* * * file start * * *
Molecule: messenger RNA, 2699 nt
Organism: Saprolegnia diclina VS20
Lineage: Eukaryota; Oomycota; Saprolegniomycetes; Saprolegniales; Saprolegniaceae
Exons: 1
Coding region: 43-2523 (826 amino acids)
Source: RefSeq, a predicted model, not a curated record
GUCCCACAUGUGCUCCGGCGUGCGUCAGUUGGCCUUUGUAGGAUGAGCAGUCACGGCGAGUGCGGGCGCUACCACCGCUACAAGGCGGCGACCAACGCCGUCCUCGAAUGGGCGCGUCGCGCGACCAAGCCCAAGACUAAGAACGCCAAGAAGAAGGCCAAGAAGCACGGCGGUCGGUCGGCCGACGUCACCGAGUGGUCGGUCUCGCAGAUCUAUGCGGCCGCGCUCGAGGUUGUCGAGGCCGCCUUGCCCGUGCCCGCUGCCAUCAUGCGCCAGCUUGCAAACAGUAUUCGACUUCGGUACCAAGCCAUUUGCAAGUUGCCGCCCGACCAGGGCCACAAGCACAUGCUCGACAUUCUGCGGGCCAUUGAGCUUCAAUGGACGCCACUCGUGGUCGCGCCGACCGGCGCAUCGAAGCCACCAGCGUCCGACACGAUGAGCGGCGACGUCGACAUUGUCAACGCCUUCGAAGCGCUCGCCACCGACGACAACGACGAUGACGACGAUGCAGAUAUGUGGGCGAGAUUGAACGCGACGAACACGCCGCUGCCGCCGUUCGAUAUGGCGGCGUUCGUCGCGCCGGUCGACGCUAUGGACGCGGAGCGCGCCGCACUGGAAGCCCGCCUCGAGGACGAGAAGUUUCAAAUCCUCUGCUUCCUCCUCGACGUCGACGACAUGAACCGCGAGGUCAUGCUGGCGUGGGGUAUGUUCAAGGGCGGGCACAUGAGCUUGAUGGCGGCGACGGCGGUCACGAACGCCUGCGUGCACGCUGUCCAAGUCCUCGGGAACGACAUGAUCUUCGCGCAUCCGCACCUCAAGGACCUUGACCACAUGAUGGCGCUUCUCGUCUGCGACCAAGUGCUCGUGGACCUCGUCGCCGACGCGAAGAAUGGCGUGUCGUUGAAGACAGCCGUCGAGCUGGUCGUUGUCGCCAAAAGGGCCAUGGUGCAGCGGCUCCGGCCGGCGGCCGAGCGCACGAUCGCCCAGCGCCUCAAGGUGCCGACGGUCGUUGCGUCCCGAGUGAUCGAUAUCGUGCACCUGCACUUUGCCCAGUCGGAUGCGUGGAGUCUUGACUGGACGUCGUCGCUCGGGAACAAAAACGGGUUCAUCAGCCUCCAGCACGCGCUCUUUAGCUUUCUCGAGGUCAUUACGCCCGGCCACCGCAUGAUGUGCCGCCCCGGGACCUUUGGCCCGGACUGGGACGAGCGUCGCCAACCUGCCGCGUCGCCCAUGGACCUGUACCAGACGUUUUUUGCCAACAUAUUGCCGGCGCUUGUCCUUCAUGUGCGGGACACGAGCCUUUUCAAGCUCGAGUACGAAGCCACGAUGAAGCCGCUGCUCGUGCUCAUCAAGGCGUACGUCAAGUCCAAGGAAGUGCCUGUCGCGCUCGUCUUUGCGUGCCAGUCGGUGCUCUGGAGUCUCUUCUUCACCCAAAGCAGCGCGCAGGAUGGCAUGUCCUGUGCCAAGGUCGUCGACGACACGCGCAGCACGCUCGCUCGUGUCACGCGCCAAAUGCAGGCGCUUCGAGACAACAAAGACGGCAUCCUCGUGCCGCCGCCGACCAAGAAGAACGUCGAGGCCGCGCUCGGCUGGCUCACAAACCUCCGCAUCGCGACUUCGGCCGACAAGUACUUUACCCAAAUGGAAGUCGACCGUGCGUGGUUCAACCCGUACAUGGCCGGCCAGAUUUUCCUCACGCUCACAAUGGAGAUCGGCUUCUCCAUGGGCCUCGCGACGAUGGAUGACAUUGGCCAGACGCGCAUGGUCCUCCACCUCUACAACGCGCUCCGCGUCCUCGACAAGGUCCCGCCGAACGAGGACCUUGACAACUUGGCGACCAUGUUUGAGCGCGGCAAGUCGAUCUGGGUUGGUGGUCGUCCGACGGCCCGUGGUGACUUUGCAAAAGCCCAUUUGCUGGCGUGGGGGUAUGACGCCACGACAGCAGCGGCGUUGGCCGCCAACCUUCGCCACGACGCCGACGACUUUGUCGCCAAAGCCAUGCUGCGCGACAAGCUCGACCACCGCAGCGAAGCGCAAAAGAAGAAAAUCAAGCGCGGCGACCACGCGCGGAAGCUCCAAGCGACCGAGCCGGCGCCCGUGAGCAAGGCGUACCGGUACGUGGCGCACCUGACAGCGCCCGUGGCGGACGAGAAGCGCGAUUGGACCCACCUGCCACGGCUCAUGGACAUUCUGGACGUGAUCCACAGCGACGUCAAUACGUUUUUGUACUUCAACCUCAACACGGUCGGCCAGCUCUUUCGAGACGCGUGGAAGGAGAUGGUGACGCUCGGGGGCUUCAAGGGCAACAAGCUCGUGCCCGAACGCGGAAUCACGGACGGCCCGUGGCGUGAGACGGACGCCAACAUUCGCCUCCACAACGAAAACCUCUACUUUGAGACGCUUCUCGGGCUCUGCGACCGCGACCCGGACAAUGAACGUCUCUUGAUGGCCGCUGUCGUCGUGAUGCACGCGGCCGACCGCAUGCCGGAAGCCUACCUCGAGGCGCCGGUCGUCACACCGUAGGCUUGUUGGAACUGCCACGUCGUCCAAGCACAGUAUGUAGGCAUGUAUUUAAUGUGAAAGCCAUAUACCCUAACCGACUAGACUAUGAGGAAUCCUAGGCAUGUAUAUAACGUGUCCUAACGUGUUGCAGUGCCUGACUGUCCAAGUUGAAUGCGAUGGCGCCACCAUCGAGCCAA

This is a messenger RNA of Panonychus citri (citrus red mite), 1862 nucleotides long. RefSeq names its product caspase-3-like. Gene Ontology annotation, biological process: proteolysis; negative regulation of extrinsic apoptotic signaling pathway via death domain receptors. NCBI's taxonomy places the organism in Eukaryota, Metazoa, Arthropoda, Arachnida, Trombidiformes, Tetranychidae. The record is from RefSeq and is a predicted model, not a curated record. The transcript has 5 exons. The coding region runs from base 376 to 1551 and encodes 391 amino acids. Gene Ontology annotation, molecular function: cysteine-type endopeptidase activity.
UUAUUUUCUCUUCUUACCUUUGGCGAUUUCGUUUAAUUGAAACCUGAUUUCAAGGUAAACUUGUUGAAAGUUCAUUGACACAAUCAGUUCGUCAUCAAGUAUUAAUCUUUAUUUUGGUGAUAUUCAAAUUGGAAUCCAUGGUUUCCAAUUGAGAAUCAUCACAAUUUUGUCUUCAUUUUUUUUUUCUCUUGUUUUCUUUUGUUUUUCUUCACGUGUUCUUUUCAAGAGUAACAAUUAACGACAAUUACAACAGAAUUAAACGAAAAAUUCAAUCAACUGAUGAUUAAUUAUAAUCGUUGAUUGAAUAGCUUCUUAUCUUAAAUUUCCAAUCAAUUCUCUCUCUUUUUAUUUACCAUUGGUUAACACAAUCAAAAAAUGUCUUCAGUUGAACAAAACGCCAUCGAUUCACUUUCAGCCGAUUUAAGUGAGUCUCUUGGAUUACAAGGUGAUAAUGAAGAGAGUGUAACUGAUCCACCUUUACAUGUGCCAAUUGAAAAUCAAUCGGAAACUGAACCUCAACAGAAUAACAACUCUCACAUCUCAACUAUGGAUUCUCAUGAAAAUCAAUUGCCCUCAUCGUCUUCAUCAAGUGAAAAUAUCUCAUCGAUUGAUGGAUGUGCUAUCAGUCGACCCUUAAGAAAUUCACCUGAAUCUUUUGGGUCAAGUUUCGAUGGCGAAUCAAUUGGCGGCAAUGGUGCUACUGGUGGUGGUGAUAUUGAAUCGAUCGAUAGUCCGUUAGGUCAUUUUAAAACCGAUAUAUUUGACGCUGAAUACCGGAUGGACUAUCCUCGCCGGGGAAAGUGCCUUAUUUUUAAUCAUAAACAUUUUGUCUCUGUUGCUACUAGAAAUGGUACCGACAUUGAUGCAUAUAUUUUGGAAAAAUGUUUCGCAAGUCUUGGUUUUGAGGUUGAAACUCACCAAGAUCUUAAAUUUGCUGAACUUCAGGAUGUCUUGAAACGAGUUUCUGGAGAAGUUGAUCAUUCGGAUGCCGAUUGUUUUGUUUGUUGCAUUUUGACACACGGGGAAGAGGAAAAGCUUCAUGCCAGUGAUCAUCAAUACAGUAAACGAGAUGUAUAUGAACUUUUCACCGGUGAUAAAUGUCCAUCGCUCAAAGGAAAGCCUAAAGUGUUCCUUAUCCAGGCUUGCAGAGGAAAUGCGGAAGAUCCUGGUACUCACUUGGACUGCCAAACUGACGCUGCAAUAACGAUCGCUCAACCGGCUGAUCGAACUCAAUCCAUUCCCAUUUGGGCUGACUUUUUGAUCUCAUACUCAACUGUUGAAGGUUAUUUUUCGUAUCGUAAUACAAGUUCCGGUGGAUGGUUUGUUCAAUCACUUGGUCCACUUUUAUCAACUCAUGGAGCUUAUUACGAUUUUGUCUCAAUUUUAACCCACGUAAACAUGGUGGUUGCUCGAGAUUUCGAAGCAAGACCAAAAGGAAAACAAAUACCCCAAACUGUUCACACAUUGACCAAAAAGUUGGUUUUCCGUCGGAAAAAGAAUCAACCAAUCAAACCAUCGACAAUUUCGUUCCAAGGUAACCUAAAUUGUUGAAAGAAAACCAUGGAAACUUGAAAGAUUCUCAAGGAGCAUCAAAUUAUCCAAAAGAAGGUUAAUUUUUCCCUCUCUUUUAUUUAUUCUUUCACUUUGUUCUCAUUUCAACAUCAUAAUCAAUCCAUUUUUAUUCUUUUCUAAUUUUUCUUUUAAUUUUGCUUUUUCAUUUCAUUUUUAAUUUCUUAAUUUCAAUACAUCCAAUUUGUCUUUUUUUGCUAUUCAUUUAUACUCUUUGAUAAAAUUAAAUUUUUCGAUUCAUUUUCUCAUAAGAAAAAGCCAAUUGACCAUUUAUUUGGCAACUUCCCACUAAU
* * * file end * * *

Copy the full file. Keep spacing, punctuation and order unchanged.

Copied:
Molecule: messenger RNA, 2699 nt
Organism: Saprolegnia diclina VS20
Lineage: Eukaryota; Oomycota; Saprolegniomycetes; Saprolegniales; Saprolegniaceae
Exons: 1
Coding region: 43-2523 (826 amino acids)
Source: RefSeq, a predicted model, not a curated record
GUCCCACAUGUGCUCCGGCGUGCGUCAGUUGGCCUUUGUAGGAUGAGCAGUCACGGCGAGUGCGGGCGCUACCACCGCUACAAGGCGGCGACCAACGCCGUCCUCGAAUGGGCGCGUCGCGCGACCAAGCCCAAGACUAAGAACGCCAAGAAGAAGGCCAAGAAGCACGGCGGUCGGUCGGCCGACGUCACCGAGUGGUCGGUCUCGCAGAUCUAUGCGGCCGCGCUCGAGGUUGUCGAGGCCGCCUUGCCCGUGCCCGCUGCCAUCAUGCGCCAGCUUGCAAACAGUAUUCGACUUCGGUACCAAGCCAUUUGCAAGUUGCCGCCCGACCAGGGCCACAAGCACAUGCUCGACAUUCUGCGGGCCAUUGAGCUUCAAUGGACGCCACUCGUGGUCGCGCCGACCGGCGCAUCGAAGCCACCAGCGUCCGACACGAUGAGCGGCGACGUCGACAUUGUCAACGCCUUCGAAGCGCUCGCCACCGACGACAACGACGAUGACGACGAUGCAGAUAUGUGGGCGAGAUUGAACGCGACGAACACGCCGCUGCCGCCGUUCGAUAUGGCGGCGUUCGUCGCGCCGGUCGACGCUAUGGACGCGGAGCGCGCCGCACUGGAAGCCCGCCUCGAGGACGAGAAGUUUCAAAUCCUCUGCUUCCUCCUCGACGUCGACGACAUGAACCGCGAGGUCAUGCUGGCGUGGGGUAUGUUCAAGGGCGGGCACAUGAGCUUGAUGGCGGCGACGGCGGUCACGAACGCCUGCGUGCACGCUGUCCAAGUCCUCGGGAACGACAUGAUCUUCGCGCAUCCGCACCUCAAGGACCUUGACCACAUGAUGGCGCUUCUCGUCUGCGACCAAGUGCUCGUGGACCUCGUCGCCGACGCGAAGAAUGGCGUGUCGUUGAAGACAGCCGUCGAGCUGGUCGUUGUCGCCAAAAGGGCCAUGGUGCAGCGGCUCCGGCCGGCGGCCGAGCGCACGAUCGCCCAGCGCCUCAAGGUGCCGACGGUCGUUGCGUCCCGAGUGAUCGAUAUCGUGCACCUGCACUUUGCCCAGUCGGAUGCGUGGAGUCUUGACUGGACGUCGUCGCUCGGGAACAAAAACGGGUUCAUCAGCCUCCAGCACGCGCUCUUUAGCUUUCUCGAGGUCAUUACGCCCGGCCACCGCAUGAUGUGCCGCCCCGGGACCUUUGGCCCGGACUGGGACGAGCGUCGCCAACCUGCCGCGUCGCCCAUGGACCUGUACCAGACGUUUUUUGCCAACAUAUUGCCGGCGCUUGUCCUUCAUGUGCGGGACACGAGCCUUUUCAAGCUCGAGUACGAAGCCACGAUGAAGCCGCUGCUCGUGCUCAUCAAGGCGUACGUCAAGUCCAAGGAAGUGCCUGUCGCGCUCGUCUUUGCGUGCCAGUCGGUGCUCUGGAGUCUCUUCUUCACCCAAAGCAGCGCGCAGGAUGGCAUGUCCUGUGCCAAGGUCGUCGACGACACGCGCAGCACGCUCGCUCGUGUCACGCGCCAAAUGCAGGCGCUUCGAGACAACAAAGACGGCAUCCUCGUGCCGCCGCCGACCAAGAAGAACGUCGAGGCCGCGCUCGGCUGGCUCACAAACCUCCGCAUCGCGACUUCGGCCGACAAGUACUUUACCCAAAUGGAAGUCGACCGUGCGUGGUUCAACCCGUACAUGGCCGGCCAGAUUUUCCUCACGCUCACAAUGGAGAUCGGCUUCUCCAUGGGCCUCGCGACGAUGGAUGACAUUGGCCAGACGCGCAUGGUCCUCCACCUCUACAACGCGCUCCGCGUCCUCGACAAGGUCCCGCCGAACGAGGACCUUGACAACUUGGCGACCAUGUUUGAGCGCGGCAAGUCGAUCUGGGUUGGUGGUCGUCCGACGGCCCGUGGUGACUUUGCAAAAGCCCAUUUGCUGGCGUGGGGGUAUGACGCCACGACAGCAGCGGCGUUGGCCGCCAACCUUCGCCACGACGCCGACGACUUUGUCGCCAAAGCCAUGCUGCGCGACAAGCUCGACCACCGCAGCGAAGCGCAAAAGAAGAAAAUCAAGCGCGGCGACCACGCGCGGAAGCUCCAAGCGACCGAGCCGGCGCCCGUGAGCAAGGCGUACCGGUACGUGGCGCACCUGACAGCGCCCGUGGCGGACGAGAAGCGCGAUUGGACCCACCUGCCACGGCUCAUGGACAUUCUGGACGUGAUCCACAGCGACGUCAAUACGUUUUUGUACUUCAACCUCAACACGGUCGGCCAGCUCUUUCGAGACGCGUGGAAGGAGAUGGUGACGCUCGGGGGCUUCAAGGGCAACAAGCUCGUGCCCGAACGCGGAAUCACGGACGGCCCGUGGCGUGAGACGGACGCCAACAUUCGCCUCCACAACGAAAACCUCUACUUUGAGACGCUUCUCGGGCUCUGCGACCGCGACCCGGACAAUGAACGUCUCUUGAUGGCCGCUGUCGUCGUGAUGCACGCGGCCGACCGCAUGCCGGAAGCCUACCUCGAGGCGCCGGUCGUCACACCGUAGGCUUGUUGGAACUGCCACGUCGUCCAAGCACAGUAUGUAGGCAUGUAUUUAAUGUGAAAGCCAUAUACCCUAACCGACUAGACUAUGAGGAAUCCUAGGCAUGUAUAUAACGUGUCCUAACGUGUUGCAGUGCCUGACUGUCCAAGUUGAAUGCGAUGGCGCCACCAUCGAGCCAA

This is a messenger RNA of Panonychus citri (citrus red mite), 1862 nucleotides long. RefSeq names its product caspase-3-like. Gene Ontology annotation, biological process: proteolysis; negative regulation of extrinsic apoptotic signaling pathway via death domain receptors. NCBI's taxonomy places the organism in Eukaryota, Metazoa, Arthropoda, Arachnida, Trombidiformes, Tetranychidae. The record is from RefSeq and is a predicted model, not a curated record. The transcript has 5 exons. The coding region runs from base 376 to 1551 and encodes 391 amino acids. Gene Ontology annotation, molecular function: cysteine-type endopeptidase activity.
UUAUUUUCUCUUCUUACCUUUGGCGAUUUCGUUUAAUUGAAACCUGAUUUCAAGGUAAACUUGUUGAAAGUUCAUUGACACAAUCAGUUCGUCAUCAAGUAUUAAUCUUUAUUUUGGUGAUAUUCAAAUUGGAAUCCAUGGUUUCCAAUUGAGAAUCAUCACAAUUUUGUCUUCAUUUUUUUUUUCUCUUGUUUUCUUUUGUUUUUCUUCACGUGUUCUUUUCAAGAGUAACAAUUAACGACAAUUACAACAGAAUUAAACGAAAAAUUCAAUCAACUGAUGAUUAAUUAUAAUCGUUGAUUGAAUAGCUUCUUAUCUUAAAUUUCCAAUCAAUUCUCUCUCUUUUUAUUUACCAUUGGUUAACACAAUCAAAAAAUGUCUUCAGUUGAACAAAACGCCAUCGAUUCACUUUCAGCCGAUUUAAGUGAGUCUCUUGGAUUACAAGGUGAUAAUGAAGAGAGUGUAACUGAUCCACCUUUACAUGUGCCAAUUGAAAAUCAAUCGGAAACUGAACCUCAACAGAAUAACAACUCUCACAUCUCAACUAUGGAUUCUCAUGAAAAUCAAUUGCCCUCAUCGUCUUCAUCAAGUGAAAAUAUCUCAUCGAUUGAUGGAUGUGCUAUCAGUCGACCCUUAAGAAAUUCACCUGAAUCUUUUGGGUCAAGUUUCGAUGGCGAAUCAAUUGGCGGCAAUGGUGCUACUGGUGGUGGUGAUAUUGAAUCGAUCGAUAGUCCGUUAGGUCAUUUUAAAACCGAUAUAUUUGACGCUGAAUACCGGAUGGACUAUCCUCGCCGGGGAAAGUGCCUUAUUUUUAAUCAUAAACAUUUUGUCUCUGUUGCUACUAGAAAUGGUACCGACAUUGAUGCAUAUAUUUUGGAAAAAUGUUUCGCAAGUCUUGGUUUUGAGGUUGAAACUCACCAAGAUCUUAAAUUUGCUGAACUUCAGGAUGUCUUGAAACGAGUUUCUGGAGAAGUUGAUCAUUCGGAUGCCGAUUGUUUUGUUUGUUGCAUUUUGACACACGGGGAAGAGGAAAAGCUUCAUGCCAGUGAUCAUCAAUACAGUAAACGAGAUGUAUAUGAACUUUUCACCGGUGAUAAAUGUCCAUCGCUCAAAGGAAAGCCUAAAGUGUUCCUUAUCCAGGCUUGCAGAGGAAAUGCGGAAGAUCCUGGUACUCACUUGGACUGCCAAACUGACGCUGCAAUAACGAUCGCUCAACCGGCUGAUCGAACUCAAUCCAUUCCCAUUUGGGCUGACUUUUUGAUCUCAUACUCAACUGUUGAAGGUUAUUUUUCGUAUCGUAAUACAAGUUCCGGUGGAUGGUUUGUUCAAUCACUUGGUCCACUUUUAUCAACUCAUGGAGCUUAUUACGAUUUUGUCUCAAUUUUAACCCACGUAAACAUGGUGGUUGCUCGAGAUUUCGAAGCAAGACCAAAAGGAAAACAAAUACCCCAAACUGUUCACACAUUGACCAAAAAGUUGGUUUUCCGUCGGAAAAAGAAUCAACCAAUCAAACCAUCGACAAUUUCGUUCCAAGGUAACCUAAAUUGUUGAAAGAAAACCAUGGAAACUUGAAAGAUUCUCAAGGAGCAUCAAAUUAUCCAAAAGAAGGUUAAUUUUUCCCUCUCUUUUAUUUAUUCUUUCACUUUGUUCUCAUUUCAACAUCAUAAUCAAUCCAUUUUUAUUCUUUUCUAAUUUUUCUUUUAAUUUUGCUUUUUCAUUUCAUUUUUAAUUUCUUAAUUUCAAUACAUCCAAUUUGUCUUUUUUUGCUAUUCAUUUAUACUCUUUGAUAAAAUUAAAUUUUUCGAUUCAUUUUCUCAUAAGAAAAAGCCAAUUGACCAUUUAUUUGGCAACUUCCCACUAAU